How many of you relate to the words of Rob Thomas’ hit single? You want to share your life with someone, really love someone, and yet over and over you find yourself in relationships that are not working for you. In your search for Mr. or Ms. Right, how many of you have found that the consequences of your choice have been painful and sometimes even traumatic? Divorce, financial loss, and a decrease in your confidence and self-trust along with emotional scars can all result from choices that were made in good faith.
There are those of you who find that too often, you meet a person who is too busy, so you do not feel as important as that person’s work, or even his or her golf game. Some of you may have a pattern of being with people who are manipulative, passive aggressive, or financially unstable. Or you unknowingly invite into your life someone emotionally abusive and unstable or with an addiction that is draining and depletes your spirit.
The key to moving out of this pattern or comfort zone (even though it is uncomfortable, it is familiar) is awareness. Identify your pattern by closely examining all of your relationships, particularly those you invite in as potential partners. Take the time to journal.
What are their characteristics? How do these characteristics reflect who you are in relationship to yourself? Or how do they reflect a belief that you hold about yourself at a core level? For instance, an abusive person may be an indicator of how you abuse yourself with self-criticism. Underlying this may be a belief that you are not good enough or not worthy of the best that life has to offer.
There are important action steps along with increasing your consciousness so you can make different choices. First, own what you see. Be in the pain without any agenda that it goes away. Gradually and naturally you will accept what you see inside yourself.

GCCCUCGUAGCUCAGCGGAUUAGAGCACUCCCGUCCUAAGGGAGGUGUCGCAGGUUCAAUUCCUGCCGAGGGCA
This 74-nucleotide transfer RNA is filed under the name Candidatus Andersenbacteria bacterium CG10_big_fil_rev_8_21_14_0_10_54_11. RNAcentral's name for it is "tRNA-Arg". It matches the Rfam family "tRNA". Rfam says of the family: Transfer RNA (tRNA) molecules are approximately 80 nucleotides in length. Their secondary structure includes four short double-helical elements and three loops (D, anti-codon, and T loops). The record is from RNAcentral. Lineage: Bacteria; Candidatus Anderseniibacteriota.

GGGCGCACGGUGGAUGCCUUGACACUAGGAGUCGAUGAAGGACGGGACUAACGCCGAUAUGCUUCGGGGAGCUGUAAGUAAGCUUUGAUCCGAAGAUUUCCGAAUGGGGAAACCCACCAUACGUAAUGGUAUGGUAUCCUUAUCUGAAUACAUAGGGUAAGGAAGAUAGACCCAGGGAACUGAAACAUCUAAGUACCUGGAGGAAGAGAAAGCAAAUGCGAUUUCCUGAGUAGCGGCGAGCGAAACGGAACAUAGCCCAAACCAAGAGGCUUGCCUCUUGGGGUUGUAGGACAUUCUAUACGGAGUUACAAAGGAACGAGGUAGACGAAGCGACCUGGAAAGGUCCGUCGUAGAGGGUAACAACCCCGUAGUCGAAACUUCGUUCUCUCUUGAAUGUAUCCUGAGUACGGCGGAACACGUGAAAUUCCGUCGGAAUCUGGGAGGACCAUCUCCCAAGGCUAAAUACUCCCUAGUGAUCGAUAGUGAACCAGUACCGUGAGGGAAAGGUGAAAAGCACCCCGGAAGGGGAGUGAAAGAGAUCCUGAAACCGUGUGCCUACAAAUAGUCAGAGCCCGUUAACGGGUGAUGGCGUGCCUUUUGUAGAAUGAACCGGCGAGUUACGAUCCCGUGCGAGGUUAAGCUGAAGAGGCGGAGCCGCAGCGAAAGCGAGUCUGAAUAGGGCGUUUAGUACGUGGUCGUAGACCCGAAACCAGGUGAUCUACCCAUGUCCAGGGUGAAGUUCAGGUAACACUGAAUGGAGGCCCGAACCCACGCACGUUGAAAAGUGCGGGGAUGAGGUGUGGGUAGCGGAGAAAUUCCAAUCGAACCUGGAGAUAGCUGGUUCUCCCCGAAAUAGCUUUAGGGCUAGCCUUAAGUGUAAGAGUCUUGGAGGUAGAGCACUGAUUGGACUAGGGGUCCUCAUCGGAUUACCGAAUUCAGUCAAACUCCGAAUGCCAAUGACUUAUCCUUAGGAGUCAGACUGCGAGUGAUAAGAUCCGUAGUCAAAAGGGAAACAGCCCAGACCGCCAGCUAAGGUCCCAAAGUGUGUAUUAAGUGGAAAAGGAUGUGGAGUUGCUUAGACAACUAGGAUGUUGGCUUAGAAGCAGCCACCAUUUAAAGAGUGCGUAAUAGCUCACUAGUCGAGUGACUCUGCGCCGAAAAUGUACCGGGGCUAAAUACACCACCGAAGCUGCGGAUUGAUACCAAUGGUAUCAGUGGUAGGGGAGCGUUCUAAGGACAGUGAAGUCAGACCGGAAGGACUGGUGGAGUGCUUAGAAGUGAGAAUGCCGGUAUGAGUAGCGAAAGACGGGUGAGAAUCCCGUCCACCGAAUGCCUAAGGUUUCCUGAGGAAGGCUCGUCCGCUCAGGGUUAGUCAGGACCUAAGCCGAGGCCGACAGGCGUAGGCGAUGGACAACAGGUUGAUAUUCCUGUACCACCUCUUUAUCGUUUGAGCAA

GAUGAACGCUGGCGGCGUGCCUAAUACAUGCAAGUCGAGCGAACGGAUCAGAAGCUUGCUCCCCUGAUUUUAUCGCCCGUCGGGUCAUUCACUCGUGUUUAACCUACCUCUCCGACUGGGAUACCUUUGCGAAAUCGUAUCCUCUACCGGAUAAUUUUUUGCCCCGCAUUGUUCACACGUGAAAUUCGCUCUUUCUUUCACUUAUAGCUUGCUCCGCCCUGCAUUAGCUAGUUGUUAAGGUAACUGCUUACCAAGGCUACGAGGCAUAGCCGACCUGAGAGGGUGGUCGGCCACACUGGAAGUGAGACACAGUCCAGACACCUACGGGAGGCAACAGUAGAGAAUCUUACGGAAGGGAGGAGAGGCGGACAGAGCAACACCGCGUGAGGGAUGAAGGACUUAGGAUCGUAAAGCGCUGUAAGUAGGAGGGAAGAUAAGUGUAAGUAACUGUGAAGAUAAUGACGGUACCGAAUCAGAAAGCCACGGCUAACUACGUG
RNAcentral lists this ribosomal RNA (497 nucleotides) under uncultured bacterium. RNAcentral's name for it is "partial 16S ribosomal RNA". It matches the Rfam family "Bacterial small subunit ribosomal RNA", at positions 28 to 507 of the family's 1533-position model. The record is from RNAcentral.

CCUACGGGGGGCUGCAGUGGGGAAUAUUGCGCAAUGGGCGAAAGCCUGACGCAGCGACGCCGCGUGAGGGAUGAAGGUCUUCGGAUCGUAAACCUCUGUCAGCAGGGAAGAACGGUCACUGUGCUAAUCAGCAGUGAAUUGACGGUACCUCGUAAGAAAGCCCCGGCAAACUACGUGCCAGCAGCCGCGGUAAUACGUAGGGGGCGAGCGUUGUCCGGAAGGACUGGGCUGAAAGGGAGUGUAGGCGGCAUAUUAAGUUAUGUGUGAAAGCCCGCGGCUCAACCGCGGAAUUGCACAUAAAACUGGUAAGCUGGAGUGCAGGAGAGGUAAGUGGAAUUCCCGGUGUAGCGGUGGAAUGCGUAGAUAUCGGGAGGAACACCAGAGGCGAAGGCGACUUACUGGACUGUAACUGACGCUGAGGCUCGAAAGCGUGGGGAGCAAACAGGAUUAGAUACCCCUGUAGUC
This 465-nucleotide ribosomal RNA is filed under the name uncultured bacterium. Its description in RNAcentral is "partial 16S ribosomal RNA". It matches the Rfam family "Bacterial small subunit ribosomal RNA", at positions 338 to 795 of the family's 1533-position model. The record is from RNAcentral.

Start to envision what you do want to attract into your life and feel deep inside what that would be like for you. What would life be like without the belief that you are not worthy or enough? Instead of feeling constricted by fear, your heart will be open and expansive. From this fresh place, you allow new possibilities.
Add in action steps that are grounded in being centered. Patrick Carnes, in The Betrayal Bond, has many powerful activities to discover more about yourself. Make a list of your “must-haves” in relationships, particularly with your partner. Coming from a place of worthiness, be clear about what you want, and commit to following through on this without settling for less.
What are the choices that you will make for yourself in terms of your behaviour? Be specific and concrete. Examples might be the following: I will notice when I’m trying to change or rescue someone; I will be aware when I’m trying to talk myself into someone; if my body is telling me that I am uncomfortable with this person, I will listen and leave. List your relationship goals, which look like taking 100 percent responsibility for yourself.
Most importantly, what will you do to take care of yourself? Make a list of your needs and what you plan to do to address these needs separate from looking to someone else to fulfill you.
Imagine the metaphor that you are the cake and a relationship is the icing. Audition those who you put in your life from the perspective of what they will add to it.
Shifting out of comfort zones around how you relate is possible and happens gradually as you be in awareness. You can use your past relationships to move forward and create healthy, whole relationships with others as you create that quality of relationship with yourself.
Lean in. Be grounded, centered, and present. Be mindful of the mind’s tendency to self-criticize. Practice gratitude.
This foundational relationship with yourself will be reflected in all aspects of your life: at home, at work, with your friends, and in your larger community. Enjoy that cake...and the special icing on top!